On April 27, 2022, Canada’s largest and most respected music education institution, The Royal Conservatory of Music (RCM), held the ‘Music Lights the Way’ black-tie concert at Toronto’s Koerner Hall to launch the sixth edition of their newest Celebration Series® piano books. Some invited pianists played for the audience in person, while others sent virtual greetings and performances.
During the pre-concert reception, attendees were the first in the world to browse through the Celebration Series®, Sixth Edition. The concert hosts then announced a series of upcoming student piano competitions, as well as an unprecedented decision to provide free sets of new Celebration Series books to teachers who have used the RCM curriculum and examinations over the last five years.
Tony Yike Yang was the first performer of the night. Although he won the 5th Prize at the 17th International Fryderyk Chopin Piano Competition at age 16, he did not play Chopin. He instead opened with the first movement of Mozart’s Sonata in C Major, a simple and elegant sonata that’s particularly suitable for the start of a concert.
Polish-Canadian pianist Jan Lisiecki, who had a prior engagement the evening of the concert, pre-recorded a dreamy and airy rendition of Chopin’s Nocturne in E flat Major, op. 9, no. 2, with exceptional sensibility and beautiful rubato.
Stewart Goodyear, RCM resident artist and one of the few pianists in the world to have completed a marathon of Beethoven’s 32 sonatas, played both Oscar Peterson’s Land of the Misty Giants and The Cat and Mouse Tango by American composer Gary K. Thomas with a wonderful sense of style and colour.
Following the announcement of a highly anticipated and expensive music competition that will be inaugurated later this fall, for which all piano students using the RCM curriculum in the US and Canada will be able to participate free of charge, pianist Lang Lang played Enrique Granados’s Canción de mayo, op. 1, no. 3. The performance was recorded with Lang’s cellphone and played on an upright piano.
Lang Lang mentioned during the recording that the Lang Lang International Music Foundation is collaborating with the RCM, “the finest music institution in the world,” to develop a curriculum that will also be used in the UK. The curriculum will be accompanied by the donation of several hundred pianos to UK public schools, and it will be incorporated into piano labs, some of which are already being run by trained teachers in the US and China.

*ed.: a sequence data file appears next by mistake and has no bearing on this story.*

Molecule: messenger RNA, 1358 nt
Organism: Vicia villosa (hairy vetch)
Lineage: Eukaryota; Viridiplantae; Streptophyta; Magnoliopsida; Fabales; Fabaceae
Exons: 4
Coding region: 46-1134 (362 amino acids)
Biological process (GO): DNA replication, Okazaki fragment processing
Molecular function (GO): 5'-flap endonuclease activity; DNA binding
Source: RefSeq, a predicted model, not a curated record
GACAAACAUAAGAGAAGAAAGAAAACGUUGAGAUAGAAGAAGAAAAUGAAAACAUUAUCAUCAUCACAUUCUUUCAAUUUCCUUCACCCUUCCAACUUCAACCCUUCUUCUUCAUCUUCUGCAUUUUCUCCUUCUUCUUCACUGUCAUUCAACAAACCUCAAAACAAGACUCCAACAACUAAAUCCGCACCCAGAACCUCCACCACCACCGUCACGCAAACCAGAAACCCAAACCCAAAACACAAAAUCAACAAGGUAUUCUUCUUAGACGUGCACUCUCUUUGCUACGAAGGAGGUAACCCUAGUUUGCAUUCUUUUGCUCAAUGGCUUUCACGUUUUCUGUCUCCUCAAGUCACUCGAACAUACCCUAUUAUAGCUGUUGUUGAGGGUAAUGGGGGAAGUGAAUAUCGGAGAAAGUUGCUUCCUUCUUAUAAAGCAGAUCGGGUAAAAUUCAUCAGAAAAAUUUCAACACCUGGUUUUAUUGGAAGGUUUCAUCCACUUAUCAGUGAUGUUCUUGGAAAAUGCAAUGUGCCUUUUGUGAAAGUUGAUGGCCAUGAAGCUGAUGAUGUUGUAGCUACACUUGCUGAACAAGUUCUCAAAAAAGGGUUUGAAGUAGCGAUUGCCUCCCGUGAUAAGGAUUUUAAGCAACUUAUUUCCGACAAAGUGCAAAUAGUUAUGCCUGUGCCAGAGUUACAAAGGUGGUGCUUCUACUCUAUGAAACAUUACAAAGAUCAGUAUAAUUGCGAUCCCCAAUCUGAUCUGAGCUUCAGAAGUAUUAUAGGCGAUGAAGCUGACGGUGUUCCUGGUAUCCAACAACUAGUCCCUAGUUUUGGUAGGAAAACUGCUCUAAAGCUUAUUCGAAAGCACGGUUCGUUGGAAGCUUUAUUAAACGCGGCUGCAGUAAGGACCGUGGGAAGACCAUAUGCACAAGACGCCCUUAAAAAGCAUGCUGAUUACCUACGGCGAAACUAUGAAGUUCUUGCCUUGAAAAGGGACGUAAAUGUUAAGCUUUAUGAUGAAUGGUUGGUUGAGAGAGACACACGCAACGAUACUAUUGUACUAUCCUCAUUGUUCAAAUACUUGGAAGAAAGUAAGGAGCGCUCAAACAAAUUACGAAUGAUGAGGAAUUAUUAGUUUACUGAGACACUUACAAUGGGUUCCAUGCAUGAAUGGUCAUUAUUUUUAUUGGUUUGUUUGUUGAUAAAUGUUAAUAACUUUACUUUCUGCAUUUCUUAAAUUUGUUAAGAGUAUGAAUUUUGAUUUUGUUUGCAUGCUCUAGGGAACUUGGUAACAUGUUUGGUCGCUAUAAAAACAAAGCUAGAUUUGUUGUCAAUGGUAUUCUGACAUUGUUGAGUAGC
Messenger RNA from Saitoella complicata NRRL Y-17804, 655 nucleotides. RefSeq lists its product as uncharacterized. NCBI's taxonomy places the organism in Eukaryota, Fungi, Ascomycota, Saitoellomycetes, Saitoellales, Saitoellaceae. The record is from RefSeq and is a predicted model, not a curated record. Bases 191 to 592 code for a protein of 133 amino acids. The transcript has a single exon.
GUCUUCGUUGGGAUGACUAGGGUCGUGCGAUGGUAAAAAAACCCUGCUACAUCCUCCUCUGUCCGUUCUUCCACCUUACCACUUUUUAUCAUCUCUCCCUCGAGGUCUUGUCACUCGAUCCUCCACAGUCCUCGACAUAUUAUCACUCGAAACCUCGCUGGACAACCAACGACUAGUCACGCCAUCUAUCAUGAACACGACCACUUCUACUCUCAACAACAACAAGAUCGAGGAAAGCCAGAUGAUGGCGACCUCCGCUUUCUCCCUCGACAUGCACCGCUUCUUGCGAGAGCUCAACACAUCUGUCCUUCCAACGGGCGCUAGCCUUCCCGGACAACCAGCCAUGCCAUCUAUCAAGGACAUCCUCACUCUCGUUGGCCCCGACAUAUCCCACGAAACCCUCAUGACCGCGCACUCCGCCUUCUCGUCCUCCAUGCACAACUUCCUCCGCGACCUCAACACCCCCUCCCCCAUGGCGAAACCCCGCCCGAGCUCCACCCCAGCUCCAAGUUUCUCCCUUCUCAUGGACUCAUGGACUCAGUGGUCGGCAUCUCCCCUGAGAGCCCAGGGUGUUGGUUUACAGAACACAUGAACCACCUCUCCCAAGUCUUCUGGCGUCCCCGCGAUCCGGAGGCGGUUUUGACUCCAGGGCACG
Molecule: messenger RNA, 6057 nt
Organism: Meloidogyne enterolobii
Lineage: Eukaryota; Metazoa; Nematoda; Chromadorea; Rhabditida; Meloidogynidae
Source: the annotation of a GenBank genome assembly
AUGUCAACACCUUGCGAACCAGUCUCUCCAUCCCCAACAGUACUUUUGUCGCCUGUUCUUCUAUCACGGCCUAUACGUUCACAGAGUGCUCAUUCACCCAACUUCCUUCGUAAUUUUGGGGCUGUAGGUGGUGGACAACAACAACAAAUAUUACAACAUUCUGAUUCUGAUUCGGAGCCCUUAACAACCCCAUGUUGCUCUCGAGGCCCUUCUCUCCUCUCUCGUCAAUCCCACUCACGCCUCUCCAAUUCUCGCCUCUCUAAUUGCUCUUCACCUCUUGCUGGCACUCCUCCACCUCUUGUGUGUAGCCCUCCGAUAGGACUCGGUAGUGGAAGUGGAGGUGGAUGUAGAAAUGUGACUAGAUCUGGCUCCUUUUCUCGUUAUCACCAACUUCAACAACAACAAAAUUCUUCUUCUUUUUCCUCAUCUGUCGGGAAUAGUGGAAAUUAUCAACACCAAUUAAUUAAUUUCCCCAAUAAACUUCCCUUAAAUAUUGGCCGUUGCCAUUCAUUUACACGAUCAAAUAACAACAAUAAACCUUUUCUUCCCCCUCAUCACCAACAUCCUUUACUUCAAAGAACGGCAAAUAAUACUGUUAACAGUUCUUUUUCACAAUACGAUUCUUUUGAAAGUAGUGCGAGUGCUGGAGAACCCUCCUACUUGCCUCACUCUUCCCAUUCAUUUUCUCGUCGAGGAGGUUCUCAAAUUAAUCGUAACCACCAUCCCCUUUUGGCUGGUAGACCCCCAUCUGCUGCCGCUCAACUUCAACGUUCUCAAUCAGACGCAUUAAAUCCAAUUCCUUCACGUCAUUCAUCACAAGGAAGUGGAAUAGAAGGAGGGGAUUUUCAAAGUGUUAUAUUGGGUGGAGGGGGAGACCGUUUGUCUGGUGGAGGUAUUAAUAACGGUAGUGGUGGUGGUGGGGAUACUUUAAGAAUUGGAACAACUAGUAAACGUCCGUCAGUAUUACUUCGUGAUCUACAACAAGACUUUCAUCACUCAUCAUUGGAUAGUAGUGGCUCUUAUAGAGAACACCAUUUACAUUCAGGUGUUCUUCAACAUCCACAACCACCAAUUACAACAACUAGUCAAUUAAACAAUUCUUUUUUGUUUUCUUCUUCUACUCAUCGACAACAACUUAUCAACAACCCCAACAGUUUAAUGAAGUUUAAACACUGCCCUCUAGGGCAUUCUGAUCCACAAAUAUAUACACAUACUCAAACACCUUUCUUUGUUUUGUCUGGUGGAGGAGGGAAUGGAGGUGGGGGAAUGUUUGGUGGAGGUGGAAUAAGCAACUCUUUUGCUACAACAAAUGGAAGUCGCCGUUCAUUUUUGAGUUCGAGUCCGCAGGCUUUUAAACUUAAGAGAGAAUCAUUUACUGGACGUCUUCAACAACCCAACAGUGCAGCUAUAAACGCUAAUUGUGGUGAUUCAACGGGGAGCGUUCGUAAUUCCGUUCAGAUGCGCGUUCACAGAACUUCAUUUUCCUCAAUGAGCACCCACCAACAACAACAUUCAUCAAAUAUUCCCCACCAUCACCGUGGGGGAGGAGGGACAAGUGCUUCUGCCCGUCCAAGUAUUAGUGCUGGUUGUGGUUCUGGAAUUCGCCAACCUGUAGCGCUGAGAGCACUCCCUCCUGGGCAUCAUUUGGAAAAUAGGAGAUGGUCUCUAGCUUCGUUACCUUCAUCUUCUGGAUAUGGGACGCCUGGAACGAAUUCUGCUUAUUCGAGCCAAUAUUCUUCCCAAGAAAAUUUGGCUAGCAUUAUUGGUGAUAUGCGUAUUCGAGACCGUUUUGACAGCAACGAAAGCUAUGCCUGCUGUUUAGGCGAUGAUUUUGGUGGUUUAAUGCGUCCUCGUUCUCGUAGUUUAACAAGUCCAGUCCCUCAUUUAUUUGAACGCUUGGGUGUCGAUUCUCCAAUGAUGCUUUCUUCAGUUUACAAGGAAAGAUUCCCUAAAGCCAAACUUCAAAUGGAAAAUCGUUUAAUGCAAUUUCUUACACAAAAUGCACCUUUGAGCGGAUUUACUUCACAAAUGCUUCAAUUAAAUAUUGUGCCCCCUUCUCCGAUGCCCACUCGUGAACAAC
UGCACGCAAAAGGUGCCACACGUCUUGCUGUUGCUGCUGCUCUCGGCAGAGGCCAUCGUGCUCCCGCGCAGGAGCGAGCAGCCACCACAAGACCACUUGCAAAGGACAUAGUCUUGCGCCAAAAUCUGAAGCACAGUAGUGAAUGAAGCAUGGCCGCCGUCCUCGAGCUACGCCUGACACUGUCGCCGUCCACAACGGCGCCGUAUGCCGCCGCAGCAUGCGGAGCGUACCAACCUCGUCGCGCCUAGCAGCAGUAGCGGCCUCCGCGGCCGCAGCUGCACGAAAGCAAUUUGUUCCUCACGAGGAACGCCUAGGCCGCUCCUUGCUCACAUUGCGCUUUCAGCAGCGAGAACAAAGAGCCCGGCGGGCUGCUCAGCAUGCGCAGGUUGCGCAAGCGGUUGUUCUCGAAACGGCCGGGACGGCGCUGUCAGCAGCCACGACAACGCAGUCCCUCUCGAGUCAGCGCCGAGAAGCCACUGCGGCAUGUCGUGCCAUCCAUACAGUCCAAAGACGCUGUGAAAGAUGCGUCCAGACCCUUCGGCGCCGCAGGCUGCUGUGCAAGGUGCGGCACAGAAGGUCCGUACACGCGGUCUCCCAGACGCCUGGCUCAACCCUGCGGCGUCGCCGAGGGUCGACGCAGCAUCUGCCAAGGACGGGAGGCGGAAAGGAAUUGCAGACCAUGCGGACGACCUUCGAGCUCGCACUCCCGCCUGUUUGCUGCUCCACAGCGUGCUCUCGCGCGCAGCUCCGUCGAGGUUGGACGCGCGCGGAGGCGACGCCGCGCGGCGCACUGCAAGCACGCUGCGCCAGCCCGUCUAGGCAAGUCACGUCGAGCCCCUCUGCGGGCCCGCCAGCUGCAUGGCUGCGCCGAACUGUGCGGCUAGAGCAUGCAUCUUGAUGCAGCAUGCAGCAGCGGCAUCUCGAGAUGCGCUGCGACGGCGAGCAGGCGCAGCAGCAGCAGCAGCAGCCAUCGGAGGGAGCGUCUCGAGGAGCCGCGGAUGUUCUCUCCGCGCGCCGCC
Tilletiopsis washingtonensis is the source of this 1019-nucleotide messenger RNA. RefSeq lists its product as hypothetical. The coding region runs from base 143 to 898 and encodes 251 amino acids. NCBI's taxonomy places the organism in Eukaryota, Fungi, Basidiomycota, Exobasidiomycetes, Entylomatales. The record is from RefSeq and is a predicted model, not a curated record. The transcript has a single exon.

The audience also heard the World Premier of Edward Han Jiang’s A Moonlit Night on the Spring River, performed by Yang. The pianist later said he was particularly pleased with his performance, since the work highlighted his Chinese heritage. Yang said he believes the future of piano music will include a lot more world music and contemporary music, be it in music conservatoires or in traditional performance venues.
Dr. Peter Simon, RCM’s CEO, spoke on the release of the Celebration Series® Sixth Edition: ”This highly anticipated series of piano books features new pieces that are being published for the first time, as well as a broader selection of repertoire in different styles.” Indeed, the sixth edition includes 12 repertoire books and 10 etude books, with a repertoire from 222 different composers (70 living ones) across 20 countries and all periods.
35 selections were composed especially for the series. Vincent Ho and Gary K. Thomas were two of the living composers who were commissioned to write pieces for the book, and for performance at the event’s concert. While addressing the audience, Ho and Thomas said their daughters were the inspirations for the compositions. Their daughters were then invited to perform.
Ho said he was inspired to write The Twelve Chinese Zodiac Animals because of the lack of Asian-themed works in the piano repertoire his daughter was learning from. He said there were even fewer works in the repertoire that reflected Chinese cultural themes.
Thomas, a TV and film music composer, said he couldn’t find enough repertoires for his daughter that included either Jazz music, or contemporary music with irregular time signatures, so he wrote five solo pieces to be included in this new edition.
During a post-concert interview, Ho and Thomas agreed that world music will be the future trend of music education, and that music conservatories will shift towards a music identity that is more inclusive towards all musical genres. They both said that with their newly commissioned RCM pieces, that transformation is already happening.
The launch of the Celebration Series has been hailed by piano teachers from both US and Canada. RCM is offering 20,000 copies of all three sets (24 books) of the Repertoire and Etude books for free (including shipping). The three free sets are: Elementary set (level Prep A through to Level 4); intermediate set (level 5 through 8); and advanced set (level 9 and 10). Eligible teachers are those who use the RCM curriculum and who have sent students to take the RCM examinations in the last 5 years.
To re-watch the concert, click: https://www.royalconservatory.live/featured-category/videos/music-lights-the-way